But I didn't mind. Besides, I had other viewings to make up for it. (More on that in a second.)

Prior to and immediately following the second film's release, I purchased the following things:
The Animatrix (still pretty cool, actually)

The Animatrix soundtrack (Mistakenly, as it came in a package with the above DVD, and I thought it meant the soundtrack to the first film.)

Enter the Matrix (not cool, actually)

Matrix action figures (only two)

And I wrote a review/theory blog entry so long, I'm surprised it didn't break a server.

Pretty bad, right? I didn't know what I was doing to myself. But that's not even the worst part.

I saw The Matrix Reloaded in theaters FIVE TIMES. Three of those times were in the first 24 HOURS.

And later I wrote a blog entry so long that I'm surprised it didn't destroy a server.

Yeah, it was bad. I wouldn't listen to critics (professional or my friends) who pointed out that the fight scene between Neo and hundreds of Agent Smiths was pointless because it accomplished nothing, and he just ran away at the end. I gave a far-fetched reason to try to justify it.

And I wouldn't listen to those that said it was style over substance, relying too much on its camera effects. My argument was that it INVENTED the effects, so it could use them as much as it wanted.

I'd probably still be locked in this unhealthy relationship if it wasn't for The Matrix Revolutions, which crushed my soul. Talk about a bad break-up.

I could spend pages talking about why I hated that movie, but instead I'll just say this: While seeing it in the theater, I had to pee badly for the last twenty-five minutes. After it was all said and done, I wish I had just gone to pee. That would have been much more interesting that what I saw.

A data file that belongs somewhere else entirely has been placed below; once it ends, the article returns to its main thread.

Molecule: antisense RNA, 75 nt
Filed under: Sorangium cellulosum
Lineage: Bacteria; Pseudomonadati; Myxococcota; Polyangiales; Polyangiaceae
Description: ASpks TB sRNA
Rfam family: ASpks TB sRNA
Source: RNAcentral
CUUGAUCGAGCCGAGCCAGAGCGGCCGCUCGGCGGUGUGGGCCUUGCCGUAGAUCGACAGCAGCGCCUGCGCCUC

So my love dissipated, and I hadn't seen anything other the first film until last night. In addition to watching the beginning, I checked out the freeway chase scene.

While some stuff is cool, I was underwhelmed. Definitely style over substance.

We had fun, Matrix, but I'm happy now. Stay out of my life.

Tuesday, July 1, 2008

Ode to an Ad: "Eternal Sunshine of the Spotless Mind" Poster


This movie has been on my mind a lot recently. First, my friend Aaron cited it as one of the 10 Best Pop Culture Love Stories of the Last Ten Years. Then I mentioned it in correlation with WALL*E, noting that they both feature the theme of love triumphing over technology.

While the trailer is fantastic in its own right, doing a wonderful job of showing the zany fun the film will have with its concept, I like the simplicity of this picture.

Once you've seen the movie (or at least understand the plot), you can spot a number of elements represented in this poster. I'll start with the obvious:
The poster is mimicking a thought bubble, the image of Joel and Clementine on the ice floating above Joel like a memory, just out of reach. The white color of the ice makes the imagery crystal clear. Although it is a great moment in the film, it was definitely chosen for how it would look on the poster, because, if you recall, this actually happens after they meet for the second time, post-memory erasure.

Even the white credits on the right side fit with the thought bubble pattern, resembling the smaller bubbles that lead to the big picture.

While many instances of the thought bubble feature the character "looking" at his/her thought (as in the cartoon image above), there's a longing in Joel's eyes that makes you immediately empathize with him. This isn't a fantasy, some scenario that Joel wishes would come true. It's an actual memory. And it's not about Joel living in the past, wanting the memory to become reality once again. He simply wants to hold onto the memory, to keep it in his brain, as a part of his life and who he is. He's desperate.

But memory is a fragile thing (even if you aren't having it erased), and the image depicts that with the multi-fissured crack in the ice. In the movie, the revelation of the cracked ice is played as a joke. Joel is nervous about being on the frozen lake. Clementine informs him that it's perfectly safe. And it cuts to an aerial shot. It's a pretty good laugh.

On the poster, however, it shows the delicate nature of memory. At any second, the ice could shatter, the memory falling into the water below, never to be seen again.